You invaded my body at a cross roads in my life. It was Spring 2011, I was married and a stay at home mum to my special needs child, my beautiful wonderful step son. But I was starting to feel suffocated, isolated, and ‘stuck’. I didn’t know what else I needed, but I knew I needed more.
Then one day I woke up and didn’t feel quite right. This quickly progressed to a fatigue I’d never known and a host of other bizarre symptoms. Doctors were stumped and after cycling through possibilities like a kidney infection, leukaemia, and glandular fever, they finally gave up and labelled it as a ‘virus’. I knew I was being fobbed off, but at that point I didn’t care, I assumed I would bounce back and everything would be fine.
I had no idea it was the start of the 6 months of hell and life would change forever. By the end of that year my life had unravelled and one by one I’d lost everything. I was divorced, jobless, homeless, and bedridden. To gain a roof over my head it meant losing my relationship with my son. I believed it would be temporary, but as the months went by, I realised life would never be the same again and I’d never get back anything of what I had. Doctors were still stumped and friends began to fall away. My health was deteriorating rapidly. I was too weak to lift metal cutlery, I would often lose all feeling in my legs, and I struggled to string a sentence together. I begged people to help me die as I couldn’t stand the constant severe vertigo – a feeling of losing your stomach as you fall through the air, 24/7. I had frequent crushing chest pains that at first I thought would finish me off, but to my dismay, didn’t.
Illness without a name, you made me feel terrified and alone. You cost me my step son. You made me feel like my life was over, and the worst thing was that you made me feel okay with that. You stopped me wanting to live. You took away my drive, my passion, my humour, my whole personality, not only did you nearly kill my body, but you nearly killed my soul.
Doctors were edging me towards a ME/CFS diagnosis. I refused. I either wanted to die, or I wanted to find the real cause so it could be treated, those were the only acceptable options to me.
Then I found you. Someone I barely knew from the United States posted about Lyme disease on Facebook. I’d never heard of it, so I Googled. With every word that I read my gut instinct got louder and louder. It was like a cat that wanted to be fed, it got more and more unavoidable. I knew I’d found you.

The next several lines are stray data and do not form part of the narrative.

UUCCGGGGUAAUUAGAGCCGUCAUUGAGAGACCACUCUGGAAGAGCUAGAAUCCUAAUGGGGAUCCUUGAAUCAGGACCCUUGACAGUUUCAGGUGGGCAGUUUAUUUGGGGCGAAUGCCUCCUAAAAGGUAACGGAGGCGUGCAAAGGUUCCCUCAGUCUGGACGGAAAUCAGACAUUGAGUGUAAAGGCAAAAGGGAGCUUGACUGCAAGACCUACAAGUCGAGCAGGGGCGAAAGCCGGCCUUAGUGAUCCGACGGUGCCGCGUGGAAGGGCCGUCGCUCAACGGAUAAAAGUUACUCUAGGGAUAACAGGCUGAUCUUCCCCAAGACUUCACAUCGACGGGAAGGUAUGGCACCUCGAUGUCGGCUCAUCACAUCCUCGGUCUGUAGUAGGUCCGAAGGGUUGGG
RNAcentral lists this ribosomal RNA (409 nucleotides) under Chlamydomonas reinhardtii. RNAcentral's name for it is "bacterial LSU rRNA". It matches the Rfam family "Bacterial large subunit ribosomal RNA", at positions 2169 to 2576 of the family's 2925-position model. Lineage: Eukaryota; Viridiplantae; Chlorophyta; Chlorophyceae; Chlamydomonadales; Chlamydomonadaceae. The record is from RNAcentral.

Lots of arguments with doctors and negative (unreliable) tests later, I dropped the mainstream healthcare system and got tested at a lab in the US. On the 13th August 2012 I got the results, it was positive. I didn’t want to die anymore, I’d found my reason to live and I had hope I could get better. Beating you felt in my grasp. I cried with relief and joy for three days, I’d wake up in the night thinking it was all a dream and have to look at the results again to check they still said positive.
2 years later I’m still fighting you. but things have changed drastically. My health is considerably better, I’ve added more disease names to my resumé and inch by inch, I’m taking my body back. As I’ve started to improve, I’m getting my life back too. Once my brain was functional again, I was able to co-found Lyme Disease UK. Day in day out, I help people who are in the dark place I was, who are suffering, scared and alone. When I was in that place there was no where online I could turn to for help in my country, I didn’t know anyone battling not only severe life changing illness, but also the whole healthcare system. So with LDUK up and running, I was finally able to give people the help that I had desperately needed, resulting in many warm and fuzzy feelings. I also made some great friends who were on the same journey as me, I no longer felt so alone.
Somewhere in the past 2 years, I’ve come to accept the 6 months of hell. I still feel traumatised by it, but I no longer feel that it defines who I am. I’ve moved past it to much better things. I’ve come to realise that you have ironically given me the direction and purpose I felt was lacking back when I first got sick. I still hate you for taking me away from my son but it no longer feels raw. I know he’s okay, and that’s all that matters.
You’ve changed my life irrevocably, you’ve brought me to the brink of death and then given me a reason to live. You’ve also given me insight, empathy, passion and purpose. You’ve shown me people who are true warriors in the face of adversity. Kind, generous spirits who make the world a better place, people I didn’t know existed before you came into my life. You’ve made me feel so humbled, so grateful and so lucky to be alive, that I often feel truly blessed in a way I would never have felt otherwise. You showed me who my real friends are, and that my new partner is a wonderfully special, incredible human being.
My illness – you destroyed my life, and then gave me a new one. You helped me become the person I am today, the person my partner loves, the daughter my mother is proud of, and the friend that’s
totally frickin awesome helpful, kind, and occasionally funny.
I always thought that if the poop ever hit the fan, I would be the one cowering in the corner, but to my surprise, I wasn’t. I kicked some serious ass and got what I needed. I didn’t give up or give in, when I was at my weakest and most vulnerable I was the strongest I’ve ever been. My illness…. you proved to me that I’m stronger than I ever knew, and if I can survive you, I can survive anything.
One day I will kick your ass, and then I’ll move onto the next great challenge and kick it’s ass too.